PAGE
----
St. Louis is number one! Yes, it's happened again, and St. Louis' mayor and other officials are not happy about it.
A yearly study has once-again ranked St. Louis as the "most dangerous city" in the United States of America. That study, by CQ Press, has been controversial for its methodology and the subject of much scrutiny by the FBI and police agencies around the country for several years. St. Louis edged out Camden, New Jersey, as the study found St. Louis had 2,070.1 violent crimes per 100,000 residents, compared with a national average of 429.4. Citing those statistics CQ Press claims St. Louis edged Camden, which was atop last year's "most dangerous cities" list and was bestowed that distinction in 2003 and 2004 - and remains in the top five along with Detroit and Flint in Michigan, as well as Oakland, California.
The city of St. Louis maintains that it has become safer each year since 2007 and that crime is down in the past year.
The CQ Press statistics uses FBI data and population combined as basis for the statistics cited by the study, which does not take into account economic conditions and geography --- such as a city/county line as exists between the city of St. Louis and St. Louis County or a boundary area such as the Mississippi River which divides the city of St. Louis from East St. Louis, East Carondelet, Sauget, Madison, and other areas in southwest Illinois which would normally border a big city.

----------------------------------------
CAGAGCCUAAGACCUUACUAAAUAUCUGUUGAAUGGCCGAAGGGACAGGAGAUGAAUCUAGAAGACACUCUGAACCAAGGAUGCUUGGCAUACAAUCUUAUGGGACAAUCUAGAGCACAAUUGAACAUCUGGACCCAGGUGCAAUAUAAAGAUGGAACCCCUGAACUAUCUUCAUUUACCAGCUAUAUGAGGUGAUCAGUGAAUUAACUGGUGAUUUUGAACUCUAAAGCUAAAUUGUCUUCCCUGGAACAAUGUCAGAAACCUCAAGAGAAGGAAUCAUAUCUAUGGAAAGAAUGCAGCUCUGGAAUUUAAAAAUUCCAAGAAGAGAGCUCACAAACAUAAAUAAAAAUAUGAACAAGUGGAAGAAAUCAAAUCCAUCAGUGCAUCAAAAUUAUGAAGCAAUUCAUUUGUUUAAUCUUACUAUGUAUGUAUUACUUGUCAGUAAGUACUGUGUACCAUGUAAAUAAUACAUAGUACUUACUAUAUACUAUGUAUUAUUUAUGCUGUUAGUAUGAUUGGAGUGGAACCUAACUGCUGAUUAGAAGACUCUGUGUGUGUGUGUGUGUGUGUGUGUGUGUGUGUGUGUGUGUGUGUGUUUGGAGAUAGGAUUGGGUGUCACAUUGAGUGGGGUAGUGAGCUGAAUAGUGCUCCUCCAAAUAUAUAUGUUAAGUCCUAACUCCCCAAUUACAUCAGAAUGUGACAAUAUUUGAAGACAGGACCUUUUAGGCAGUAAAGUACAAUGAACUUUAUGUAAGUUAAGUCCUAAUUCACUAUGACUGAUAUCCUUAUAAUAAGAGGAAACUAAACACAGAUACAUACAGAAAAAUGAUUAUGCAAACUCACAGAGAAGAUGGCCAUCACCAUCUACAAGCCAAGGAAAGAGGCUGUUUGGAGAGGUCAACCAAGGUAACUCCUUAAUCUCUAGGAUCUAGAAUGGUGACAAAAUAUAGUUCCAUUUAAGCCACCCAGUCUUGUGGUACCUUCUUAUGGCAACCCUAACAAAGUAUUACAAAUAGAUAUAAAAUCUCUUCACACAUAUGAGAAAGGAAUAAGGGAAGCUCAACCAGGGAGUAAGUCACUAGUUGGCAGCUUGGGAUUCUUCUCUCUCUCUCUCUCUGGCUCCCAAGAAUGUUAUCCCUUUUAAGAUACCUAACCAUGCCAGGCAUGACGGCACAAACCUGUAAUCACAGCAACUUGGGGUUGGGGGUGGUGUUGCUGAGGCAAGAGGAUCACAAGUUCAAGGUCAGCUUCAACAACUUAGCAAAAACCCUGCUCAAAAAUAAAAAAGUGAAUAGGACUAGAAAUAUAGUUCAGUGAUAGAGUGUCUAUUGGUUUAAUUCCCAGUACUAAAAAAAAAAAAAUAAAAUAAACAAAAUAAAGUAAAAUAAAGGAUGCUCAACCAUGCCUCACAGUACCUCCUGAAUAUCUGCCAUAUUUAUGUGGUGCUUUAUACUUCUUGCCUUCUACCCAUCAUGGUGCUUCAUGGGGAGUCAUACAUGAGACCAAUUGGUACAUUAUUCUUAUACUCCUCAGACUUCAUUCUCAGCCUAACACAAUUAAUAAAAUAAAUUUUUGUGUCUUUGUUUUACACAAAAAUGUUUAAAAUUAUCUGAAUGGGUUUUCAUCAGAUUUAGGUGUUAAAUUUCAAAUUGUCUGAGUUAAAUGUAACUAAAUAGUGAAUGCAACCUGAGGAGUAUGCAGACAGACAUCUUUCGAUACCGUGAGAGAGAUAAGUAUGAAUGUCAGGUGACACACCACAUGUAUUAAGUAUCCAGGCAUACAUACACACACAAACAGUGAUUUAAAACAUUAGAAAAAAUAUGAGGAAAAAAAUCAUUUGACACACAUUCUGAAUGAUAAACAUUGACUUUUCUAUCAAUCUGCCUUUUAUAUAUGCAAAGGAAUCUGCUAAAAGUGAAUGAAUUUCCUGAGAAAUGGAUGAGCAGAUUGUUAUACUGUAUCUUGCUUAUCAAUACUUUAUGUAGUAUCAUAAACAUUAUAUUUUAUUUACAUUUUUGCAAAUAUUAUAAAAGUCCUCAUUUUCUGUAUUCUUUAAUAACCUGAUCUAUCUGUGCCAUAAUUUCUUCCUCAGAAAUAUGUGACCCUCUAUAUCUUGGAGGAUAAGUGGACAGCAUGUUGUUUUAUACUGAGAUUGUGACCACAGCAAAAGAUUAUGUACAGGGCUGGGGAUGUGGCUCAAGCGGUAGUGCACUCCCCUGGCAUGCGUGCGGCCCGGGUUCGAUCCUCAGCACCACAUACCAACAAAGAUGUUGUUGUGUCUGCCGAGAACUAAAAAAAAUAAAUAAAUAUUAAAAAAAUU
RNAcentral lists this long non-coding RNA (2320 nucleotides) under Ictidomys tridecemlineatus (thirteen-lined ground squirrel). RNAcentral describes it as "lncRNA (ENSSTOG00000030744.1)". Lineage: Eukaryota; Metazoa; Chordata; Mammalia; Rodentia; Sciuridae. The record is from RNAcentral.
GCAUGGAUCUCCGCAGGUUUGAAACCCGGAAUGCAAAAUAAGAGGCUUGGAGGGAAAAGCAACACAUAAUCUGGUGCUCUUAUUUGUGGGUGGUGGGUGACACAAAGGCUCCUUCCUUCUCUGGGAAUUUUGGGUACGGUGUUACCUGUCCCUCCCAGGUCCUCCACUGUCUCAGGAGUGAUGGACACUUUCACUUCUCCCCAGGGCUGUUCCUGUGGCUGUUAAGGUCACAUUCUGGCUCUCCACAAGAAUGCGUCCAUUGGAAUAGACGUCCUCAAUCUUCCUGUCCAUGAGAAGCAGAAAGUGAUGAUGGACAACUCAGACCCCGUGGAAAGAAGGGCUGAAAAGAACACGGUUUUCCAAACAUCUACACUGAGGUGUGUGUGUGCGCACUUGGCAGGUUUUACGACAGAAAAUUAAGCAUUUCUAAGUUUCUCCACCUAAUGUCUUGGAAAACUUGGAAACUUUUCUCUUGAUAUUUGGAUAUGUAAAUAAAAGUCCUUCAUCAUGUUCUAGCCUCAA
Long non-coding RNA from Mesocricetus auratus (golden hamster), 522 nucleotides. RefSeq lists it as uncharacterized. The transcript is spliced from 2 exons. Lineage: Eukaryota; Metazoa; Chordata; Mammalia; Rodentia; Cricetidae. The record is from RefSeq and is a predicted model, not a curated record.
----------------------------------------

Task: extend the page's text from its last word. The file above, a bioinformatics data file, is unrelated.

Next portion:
Criminologists have been critical of the way the statistics are used because of the minimal data versus population which many say does not take all factors into account.
The City of St. Louis last year was ranked second in the study and was atop this study in 2006.